“For a start-up operation, the requirements will be more onerous as there isn’t a proven record of sustained profitability or trading performance,” he says. “This may include a detailed business plan and detailed cash flow and profit and loss modelling.”


While agency agreements and contracts vary between states and territories, there are general issues that need to be considered.

First and foremost, says Mr Walters, rent roll contracts should be prepared by people who have expertise in that area. “If a lawyer is used, they should be a lawyer who has experience in the sale and purchase of rent rolls,” he says.

Areas commonly covered by a contract include post-sale restraint provisions for the vendor; the amount of the retention sum – to cover client ‘fall outs’ – and the retention period; possible employment of the vendor’s current employees; and what happens with clients who do not agree to be transferred to the purchaser.

A buyer should also be advised clearly about the documents to be handed over to the purchaser for each property; the arrangements that apply when any of the landlord clients wants to sell their property; the supply of an audit certificate for the vendor’s trust account; warranties from the vendor relating to any current or future professional indemnity insurance claims; and warranties from the vendor that there are no encumbrances on the rent roll.

Price can also determine what’s in a rent roll contract, according to Mr Roach. “As a purchaser, if I’m paying a price that’s high, then I’m probably going to want a longer retention period and a larger retention amount to allow for properties that don’t come across to the new business, or that are subsequently sold,” he says.

As a general rule of thumb, these amounts are 10 to 20 per cent as a dollar amount, with a period of three to six months.


Unfortunately, the work doesn’t stop after you’ve purchased a rent roll – far from it.

Establishing a personal relationship with the landlords is of paramount importance, according to Ms Keays, particularly as they will need to sign new management agreements.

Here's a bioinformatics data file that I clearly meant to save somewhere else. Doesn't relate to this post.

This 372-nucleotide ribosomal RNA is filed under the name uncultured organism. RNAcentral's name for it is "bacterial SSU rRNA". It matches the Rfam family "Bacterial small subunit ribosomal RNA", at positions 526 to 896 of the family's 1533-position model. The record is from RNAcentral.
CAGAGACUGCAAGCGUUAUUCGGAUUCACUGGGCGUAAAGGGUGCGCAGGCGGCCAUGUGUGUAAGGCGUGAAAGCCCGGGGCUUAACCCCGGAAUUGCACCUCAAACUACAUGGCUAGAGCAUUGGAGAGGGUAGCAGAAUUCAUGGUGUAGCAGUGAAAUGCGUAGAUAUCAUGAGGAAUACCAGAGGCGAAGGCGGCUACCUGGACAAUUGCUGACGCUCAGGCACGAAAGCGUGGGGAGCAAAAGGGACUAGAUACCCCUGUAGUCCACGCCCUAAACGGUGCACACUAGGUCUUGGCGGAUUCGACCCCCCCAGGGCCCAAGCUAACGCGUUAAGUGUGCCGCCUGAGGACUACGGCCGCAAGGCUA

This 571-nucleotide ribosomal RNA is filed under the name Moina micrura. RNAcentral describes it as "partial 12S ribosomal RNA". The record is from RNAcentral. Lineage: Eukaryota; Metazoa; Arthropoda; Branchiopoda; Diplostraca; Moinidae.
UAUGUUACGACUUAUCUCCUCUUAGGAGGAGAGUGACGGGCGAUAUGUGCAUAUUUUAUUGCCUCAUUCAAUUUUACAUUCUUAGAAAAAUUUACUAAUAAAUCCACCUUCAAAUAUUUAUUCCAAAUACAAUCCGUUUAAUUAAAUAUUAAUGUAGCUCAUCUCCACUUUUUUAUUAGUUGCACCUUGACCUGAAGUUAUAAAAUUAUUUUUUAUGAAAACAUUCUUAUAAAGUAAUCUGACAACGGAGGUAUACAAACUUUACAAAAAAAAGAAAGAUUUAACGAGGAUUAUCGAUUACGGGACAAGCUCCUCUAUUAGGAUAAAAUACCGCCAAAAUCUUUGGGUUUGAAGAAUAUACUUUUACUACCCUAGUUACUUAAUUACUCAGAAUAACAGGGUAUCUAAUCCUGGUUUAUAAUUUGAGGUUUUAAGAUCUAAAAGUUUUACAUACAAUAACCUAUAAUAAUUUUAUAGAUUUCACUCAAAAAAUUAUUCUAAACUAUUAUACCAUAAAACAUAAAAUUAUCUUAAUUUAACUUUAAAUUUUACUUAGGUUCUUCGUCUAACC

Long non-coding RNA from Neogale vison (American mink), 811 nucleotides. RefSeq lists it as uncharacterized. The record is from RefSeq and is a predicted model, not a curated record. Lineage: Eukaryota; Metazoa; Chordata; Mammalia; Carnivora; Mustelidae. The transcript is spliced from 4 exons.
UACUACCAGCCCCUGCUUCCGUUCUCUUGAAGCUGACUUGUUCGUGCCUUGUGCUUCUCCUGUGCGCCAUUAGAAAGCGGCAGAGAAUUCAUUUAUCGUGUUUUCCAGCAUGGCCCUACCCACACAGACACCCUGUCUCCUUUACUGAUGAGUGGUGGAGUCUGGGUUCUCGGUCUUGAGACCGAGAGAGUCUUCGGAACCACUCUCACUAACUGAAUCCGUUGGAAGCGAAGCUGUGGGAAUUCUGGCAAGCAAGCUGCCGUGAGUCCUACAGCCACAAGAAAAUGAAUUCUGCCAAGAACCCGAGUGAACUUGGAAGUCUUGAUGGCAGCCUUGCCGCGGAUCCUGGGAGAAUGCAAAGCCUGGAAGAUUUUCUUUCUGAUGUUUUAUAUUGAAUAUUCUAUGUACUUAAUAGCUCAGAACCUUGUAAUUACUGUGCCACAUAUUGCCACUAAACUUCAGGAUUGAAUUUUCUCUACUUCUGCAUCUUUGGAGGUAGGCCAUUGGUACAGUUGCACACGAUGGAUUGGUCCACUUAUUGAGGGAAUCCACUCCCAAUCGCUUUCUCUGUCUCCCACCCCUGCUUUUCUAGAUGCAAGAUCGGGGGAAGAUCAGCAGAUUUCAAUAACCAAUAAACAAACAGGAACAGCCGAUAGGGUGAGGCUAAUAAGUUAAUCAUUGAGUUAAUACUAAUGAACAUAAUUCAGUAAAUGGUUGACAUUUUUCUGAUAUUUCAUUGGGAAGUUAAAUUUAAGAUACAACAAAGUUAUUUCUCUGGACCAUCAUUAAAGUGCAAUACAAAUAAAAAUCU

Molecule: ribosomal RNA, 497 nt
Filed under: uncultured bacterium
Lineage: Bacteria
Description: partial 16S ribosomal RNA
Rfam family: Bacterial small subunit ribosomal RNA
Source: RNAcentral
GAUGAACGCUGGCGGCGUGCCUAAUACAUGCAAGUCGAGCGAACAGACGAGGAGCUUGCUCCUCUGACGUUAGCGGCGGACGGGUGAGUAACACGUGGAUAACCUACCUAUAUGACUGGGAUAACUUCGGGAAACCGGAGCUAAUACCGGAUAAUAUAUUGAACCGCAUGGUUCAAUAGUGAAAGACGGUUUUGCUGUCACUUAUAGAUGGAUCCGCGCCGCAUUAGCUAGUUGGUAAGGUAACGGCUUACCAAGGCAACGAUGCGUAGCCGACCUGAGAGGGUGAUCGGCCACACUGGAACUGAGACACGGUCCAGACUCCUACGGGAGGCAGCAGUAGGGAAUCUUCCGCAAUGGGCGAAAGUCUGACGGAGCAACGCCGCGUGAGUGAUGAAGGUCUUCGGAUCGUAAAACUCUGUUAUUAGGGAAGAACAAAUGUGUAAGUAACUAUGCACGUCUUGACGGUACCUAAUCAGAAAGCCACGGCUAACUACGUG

“I think it’s pretty simple,” she says. “First of all, the day the rent roll settles, you really need to ring every single one of those landlords that you’ve just bought.

“There’s no other way. You have to have personal communication, and it’s really got to be done almost within 24 hours.

“You can send out all the documentation by hand, but I think there has to be a personal phone call at the very least, and you have to get in front of them as soon as possible.

This is particularly important because, according to Ms Keays, most landlords dislike change and especially those who have taken a great deal of time to select a property manager.

Mr Bassett agrees. “If a landlord becomes unhappy, or if they are simply uncertain about how the new owner may operate – and this can often be through lack of communication – there is increased risk of eroding your rent roll.

“Perception is everything, and the transition phase is your one opportunity to make the right first impression on the owners, building trust and loyalty.

“Send information about your business, your services and your team to the owners. Be clear about your contact points and manage expectations from the outset.”

It’s also important that existing staff be engaged in the process, Mr Basset adds.

“They are the custodians of the new asset and will be at the coalface of discussions with landlords and tenants. The relationship with the vendor continues to be critical and transition can become difficult and protracted if the relationship breaks down,” he says.

“Be mindful of this, and if the vendor is retiring you might want to consider offering them a short- to medium-term role with your firm to provide consistency and to assist with the transition.”

“It would be a good idea to keep property managers as these are the people who have most interaction with landlords and tenants,” adds Mr Fisher. “Most vendors would insist on this at least for the period of retention. This makes the transition process much smoother.”